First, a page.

Living off campus is also a useful experience. You may not have a meal plan and you will have a longer commute to campus. You’ll not only have to learn how to cook for yourself (or spend all your money eating out, which I don’t recommend), and you’ll really learn to plan ahead so that you get places on time. Living off campus will definitely make you a more responsible and productive person.

Live in a "real" apartment

Live in a “real” apartment

8.    Study abroad

Studying abroad, or any sort of international travel is an incredibly valuable experience. Going to a different country opens your eyes to new cultures, languages, people, and ideas; traveling teaches you equally important lessons about life and interacting with others.

Travel

Travel

9.    Find something you love doing

This goes back to the idea of taking a class that you’re interested in, but may not fall into your major. If you find a subject or discipline that you are drawn to and passionate about, don’t ignore that feeling. Even if you’ve wanted to be a doctor your entire life, or your parents push you to becoming a lawyer – follow your own head and heart (sorry, didn’t mean to be cheesy). College is the time to discover what you really love doing and what you’re good at. If you find something that doesn’t fit in to what you were doing before, don’t ignore it – take a long hard look at whatever it is, and ask yourself if this were something you’d like to pursue more seriously.

10. Internship

Internships are a great way to get experience in the field you’re looking to go into, and it also gives you a chance to see if it’s actually something you could do for life. The things we’re interested in can look nice and fine from the outside, but sometimes it’s a different story when you’re actually doing it. Internships also look great on the resume and allow you to build contacts when looking for future employers or opportunities.

My College Planning Experience: Ending Up at the University of Redlands

May 21, 2014 in Academics, Admissions, Colleges

My college planning experience was quite a doozy. In the very beginning I was told by my father to do something I was good at and if I continued to do that, my career will be successful. I love to write, creating was another whole part of my brain that I haven’t even explored yet at the time and studying it seemed like fun. I also love technology and computers are always something I am passionate about. So I initially figured I wanted to go into the computer science field, considering that it would be something I liked doing and the economy was in-demand for computer experts. However, I didn’t take into account the math I would have to do.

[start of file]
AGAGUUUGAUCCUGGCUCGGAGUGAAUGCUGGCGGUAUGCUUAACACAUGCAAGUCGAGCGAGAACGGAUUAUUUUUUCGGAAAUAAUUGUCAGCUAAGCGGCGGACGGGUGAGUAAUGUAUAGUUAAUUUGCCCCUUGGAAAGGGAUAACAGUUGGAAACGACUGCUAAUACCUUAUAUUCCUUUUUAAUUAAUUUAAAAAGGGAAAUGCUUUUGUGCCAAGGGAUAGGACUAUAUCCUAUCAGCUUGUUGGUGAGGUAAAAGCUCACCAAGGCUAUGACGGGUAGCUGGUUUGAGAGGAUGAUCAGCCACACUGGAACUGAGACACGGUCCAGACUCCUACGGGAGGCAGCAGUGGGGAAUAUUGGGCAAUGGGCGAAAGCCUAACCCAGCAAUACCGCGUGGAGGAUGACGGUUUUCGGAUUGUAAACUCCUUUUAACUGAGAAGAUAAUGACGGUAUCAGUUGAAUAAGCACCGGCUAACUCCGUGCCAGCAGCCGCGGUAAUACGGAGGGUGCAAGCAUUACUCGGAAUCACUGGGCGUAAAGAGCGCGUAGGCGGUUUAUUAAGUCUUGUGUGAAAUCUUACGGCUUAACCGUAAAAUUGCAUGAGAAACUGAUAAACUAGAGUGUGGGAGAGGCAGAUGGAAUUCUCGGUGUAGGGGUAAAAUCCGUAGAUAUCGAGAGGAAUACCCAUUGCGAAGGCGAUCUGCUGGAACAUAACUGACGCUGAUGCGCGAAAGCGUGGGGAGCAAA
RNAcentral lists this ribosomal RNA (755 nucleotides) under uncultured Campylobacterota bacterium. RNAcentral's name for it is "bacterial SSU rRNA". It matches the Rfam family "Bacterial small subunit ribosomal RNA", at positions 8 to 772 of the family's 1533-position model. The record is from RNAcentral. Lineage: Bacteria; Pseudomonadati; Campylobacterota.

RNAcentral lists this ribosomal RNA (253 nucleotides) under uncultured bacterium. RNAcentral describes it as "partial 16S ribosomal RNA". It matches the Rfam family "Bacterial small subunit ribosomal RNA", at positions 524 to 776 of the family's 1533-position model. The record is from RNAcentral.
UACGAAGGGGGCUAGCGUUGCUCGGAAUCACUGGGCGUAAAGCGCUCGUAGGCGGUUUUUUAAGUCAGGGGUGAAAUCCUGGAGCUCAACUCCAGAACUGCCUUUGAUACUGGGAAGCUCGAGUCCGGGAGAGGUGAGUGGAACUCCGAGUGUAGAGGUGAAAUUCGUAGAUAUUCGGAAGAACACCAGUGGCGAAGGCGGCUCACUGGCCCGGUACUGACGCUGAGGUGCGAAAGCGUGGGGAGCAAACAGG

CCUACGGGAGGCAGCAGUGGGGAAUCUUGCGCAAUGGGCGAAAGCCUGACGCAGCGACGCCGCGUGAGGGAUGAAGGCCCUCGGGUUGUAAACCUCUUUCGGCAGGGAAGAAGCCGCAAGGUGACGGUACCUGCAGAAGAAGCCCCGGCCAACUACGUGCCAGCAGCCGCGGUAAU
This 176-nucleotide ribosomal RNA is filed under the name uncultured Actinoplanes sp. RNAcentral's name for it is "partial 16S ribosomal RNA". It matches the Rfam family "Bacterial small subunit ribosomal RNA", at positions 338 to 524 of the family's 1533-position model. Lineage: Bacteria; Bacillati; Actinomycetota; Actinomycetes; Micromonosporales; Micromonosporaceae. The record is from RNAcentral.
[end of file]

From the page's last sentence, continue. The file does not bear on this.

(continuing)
Ever since I started high school, math became a difficult subject. I no longer could calculate equations as quickly and easily, and attaining high marks on my tests was a challenge. Math became the bane of my existence. After heavily taking time into filling out the applications, looking up the schools and what required classes I would have to take, as well as locations of the schools, the application essay questions came up. If you take anything out of this article, please, for the love of all that is holy, take a lot of time on your essays. These are the most important things for a college to look at. Colleges look for your drive/passion, which comes out in your essay. They can read into how you’re thinking in these essays. These essay readers are paid to see how you’ll react in the college environment. They’re smart people. I took maybe 30 minutes on each essay and the results were that initially I was accepted to 3 out of the 10 schools I applied to. Not a single college in the University of California public system, One college in the Cal State system, and two schools in Arizona. At the time, this scared the crap out of me. All the schools that were close to home were now out of the picture. I was on the waitlist for a couple schools nearby my house, but that was a risk in itself if I didn’t go somewhere that first accepted me.